Bottom Falling


Bottom, Falling

Through that window you see another bird
rising, unlabeled, unwanted, yet noticed.
A limb’s last leaf. The boy’s breath.
Like the morning after your father died,
when temperature didn’t register
and heat shallowed through the morning’s
end. Still you shivered. Glass. Wind.
Night’s body. How to calibrate nothing’s
grace? Take notes. Trace its echo. Try.

“Bottom Falling” was published in Into the Void in October 2016, and is included in my chapbook, From Every Moment a Second.

John Ronan On Seamus Heaney’s “Digging”


A few days ago I read a glowing review of an Instagram poet, whose name I’ll not mention, which contrasted her writing to Seamus Heaney’s. In short, the reviewer complained that Heaney’s writing was too complicated, used too many words, and took too long to read. Yeah, I thought, but he never wasted one!

Needing an antidote to that vapid assessment, I found John Ronan’s essay on Heaney’s “Digging.” I feel much better now.

And here’s a recording of the poem.


Pleasure in Absence of Ending (Ensō)

Thoughtful, proposing not end, but process.

In this noon’s grayness I disclose my need.

Which is a lotus floating in your pond, a clutch of zeros
blooming in moonlight. Last night’s missing sleep.

An ending, by definition, concludes.

But what occurs in a circle’s body, or infinity’s border?

Imprecision acknowledged, I sip wine and gauge distance.

Take comfort in the disorderly.

Starting at the top, the brush moves down and right,
clockwise, then rising in opposition, halts.

Drifting, incomplete, I step back.

Some leave a gap; others do not.

* * *

This first appeared in Posit: A Journal of Literature and Art in September 2017.




How immemorable, he thinks,
drilling into the wall.
Another hole, another day.
Fill them, and still others
beg creation.

Say mouth. Say void,
followed by tongue and burden,
by orifice and bland. Say
invisible. Empty. Say forget.

That we plan is given.
But who writes the manual
to our lives? The hammer

does not shiver at the thought
of itself. Take this board
and remove only that portion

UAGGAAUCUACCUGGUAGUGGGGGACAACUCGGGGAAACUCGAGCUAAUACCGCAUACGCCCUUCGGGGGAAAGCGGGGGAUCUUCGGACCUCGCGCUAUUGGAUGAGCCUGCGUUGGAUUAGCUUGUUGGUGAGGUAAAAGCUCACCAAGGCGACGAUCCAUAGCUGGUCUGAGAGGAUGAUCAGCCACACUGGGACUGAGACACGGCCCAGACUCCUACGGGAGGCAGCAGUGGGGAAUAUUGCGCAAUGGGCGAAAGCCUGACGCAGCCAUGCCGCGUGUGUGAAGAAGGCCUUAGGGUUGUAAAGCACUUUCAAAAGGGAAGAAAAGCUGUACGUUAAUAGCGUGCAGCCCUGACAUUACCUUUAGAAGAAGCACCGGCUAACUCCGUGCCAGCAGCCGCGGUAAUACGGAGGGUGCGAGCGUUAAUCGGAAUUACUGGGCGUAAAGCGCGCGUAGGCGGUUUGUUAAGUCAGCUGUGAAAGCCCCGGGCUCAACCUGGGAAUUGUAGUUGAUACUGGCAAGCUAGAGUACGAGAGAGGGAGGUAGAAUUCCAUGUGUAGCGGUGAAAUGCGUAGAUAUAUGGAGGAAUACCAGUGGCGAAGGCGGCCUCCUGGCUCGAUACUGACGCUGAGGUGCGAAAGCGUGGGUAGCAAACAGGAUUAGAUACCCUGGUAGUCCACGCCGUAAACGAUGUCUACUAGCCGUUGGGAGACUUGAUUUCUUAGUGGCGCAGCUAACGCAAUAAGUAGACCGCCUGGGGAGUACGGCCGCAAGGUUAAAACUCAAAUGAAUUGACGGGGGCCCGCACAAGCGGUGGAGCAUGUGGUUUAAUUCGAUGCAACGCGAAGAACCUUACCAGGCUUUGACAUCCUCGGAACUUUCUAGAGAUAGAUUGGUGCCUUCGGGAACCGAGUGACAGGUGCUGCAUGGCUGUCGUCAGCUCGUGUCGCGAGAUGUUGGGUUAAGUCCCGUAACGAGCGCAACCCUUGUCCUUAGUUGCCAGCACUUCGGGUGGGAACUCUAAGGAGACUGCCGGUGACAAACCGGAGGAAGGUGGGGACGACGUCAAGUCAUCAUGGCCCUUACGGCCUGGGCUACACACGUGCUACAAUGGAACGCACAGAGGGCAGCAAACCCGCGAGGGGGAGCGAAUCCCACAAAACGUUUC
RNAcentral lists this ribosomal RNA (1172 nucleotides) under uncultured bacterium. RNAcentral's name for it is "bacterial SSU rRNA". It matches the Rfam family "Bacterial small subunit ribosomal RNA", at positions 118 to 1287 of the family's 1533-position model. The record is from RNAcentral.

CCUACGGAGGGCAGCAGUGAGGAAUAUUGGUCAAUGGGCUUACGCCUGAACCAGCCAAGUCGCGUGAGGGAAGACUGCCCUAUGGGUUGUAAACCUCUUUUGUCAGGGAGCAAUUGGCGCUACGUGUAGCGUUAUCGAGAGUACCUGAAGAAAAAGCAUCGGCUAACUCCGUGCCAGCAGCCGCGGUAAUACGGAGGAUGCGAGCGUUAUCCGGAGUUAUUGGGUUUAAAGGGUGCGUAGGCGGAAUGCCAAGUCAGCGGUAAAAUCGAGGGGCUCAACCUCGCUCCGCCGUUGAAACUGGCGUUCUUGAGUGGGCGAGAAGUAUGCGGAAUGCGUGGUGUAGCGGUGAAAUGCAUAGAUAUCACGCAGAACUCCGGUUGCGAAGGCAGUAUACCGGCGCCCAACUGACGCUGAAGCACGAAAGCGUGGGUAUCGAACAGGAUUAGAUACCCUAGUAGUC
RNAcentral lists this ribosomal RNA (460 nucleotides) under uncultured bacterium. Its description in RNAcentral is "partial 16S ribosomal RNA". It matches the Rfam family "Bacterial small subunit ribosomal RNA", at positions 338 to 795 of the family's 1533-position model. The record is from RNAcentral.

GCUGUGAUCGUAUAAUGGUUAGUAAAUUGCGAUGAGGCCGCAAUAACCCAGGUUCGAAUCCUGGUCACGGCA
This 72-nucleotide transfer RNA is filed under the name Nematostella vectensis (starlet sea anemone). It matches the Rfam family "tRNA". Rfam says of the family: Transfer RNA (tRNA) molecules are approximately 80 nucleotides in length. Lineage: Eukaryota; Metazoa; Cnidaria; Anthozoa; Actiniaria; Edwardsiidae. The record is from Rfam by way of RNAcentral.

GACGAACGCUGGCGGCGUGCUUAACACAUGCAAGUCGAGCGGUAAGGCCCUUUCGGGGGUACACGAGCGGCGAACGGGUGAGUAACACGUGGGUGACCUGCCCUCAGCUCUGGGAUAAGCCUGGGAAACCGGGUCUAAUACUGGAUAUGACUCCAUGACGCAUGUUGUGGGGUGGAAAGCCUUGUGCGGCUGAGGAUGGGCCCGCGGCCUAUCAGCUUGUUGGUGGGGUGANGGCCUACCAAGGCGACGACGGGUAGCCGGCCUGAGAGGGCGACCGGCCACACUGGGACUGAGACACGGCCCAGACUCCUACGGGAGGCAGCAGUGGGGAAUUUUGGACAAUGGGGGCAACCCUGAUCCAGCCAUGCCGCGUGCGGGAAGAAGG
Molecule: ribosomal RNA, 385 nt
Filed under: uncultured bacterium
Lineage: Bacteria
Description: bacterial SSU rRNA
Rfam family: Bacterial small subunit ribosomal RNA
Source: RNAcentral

the screw will occupy.

Level the hook. Admire
the work. Adjust.
Do this twice.

“Overlooked” was published in Mantle in August 2017.

Interview Up at The Quiet Letter

The Quiet Letter, a platform dedicated to contemporary literature, is based in India and operates from a small provincial town. Editor Pawan N. Hira recently interviewed me. The poetry world is indeed great and small, global and local.

Poem Up At The Pangolin Review

My poem “No One Knows” is live at The Pangolin Review, an interesting little journal out of Mauritius. You’ll have to scroll down to find my piece.

And if you don’t know what a pangolin is, picture an armadillo with scales and the ability to emit a foul odor reminiscent of a skunk.

Dobie’s Desk

Dobie’s Desk

Sitting at this desk, I wonder
whose words will emerge

from the stained wood,
its whorls and cracked surface

detailing a specific language
of the inert and precious.

Earlier I rapped the cistern
to verify water level,

and a week ago startled
a cottonmouth sunning its lengthy

self at the crossing. The door
just blew open, perhaps,

or a ghost wished to offer its
voice, neither malice

nor approval imbedded
in the gesture. History

shadows me despite my best
efforts. I walk, drink water,

write, think of friends left
behind or gone ahead,

reading between the grains
and dark spaces, looking for rain

in the blue, for light and benediction
and the secret poetry of furniture.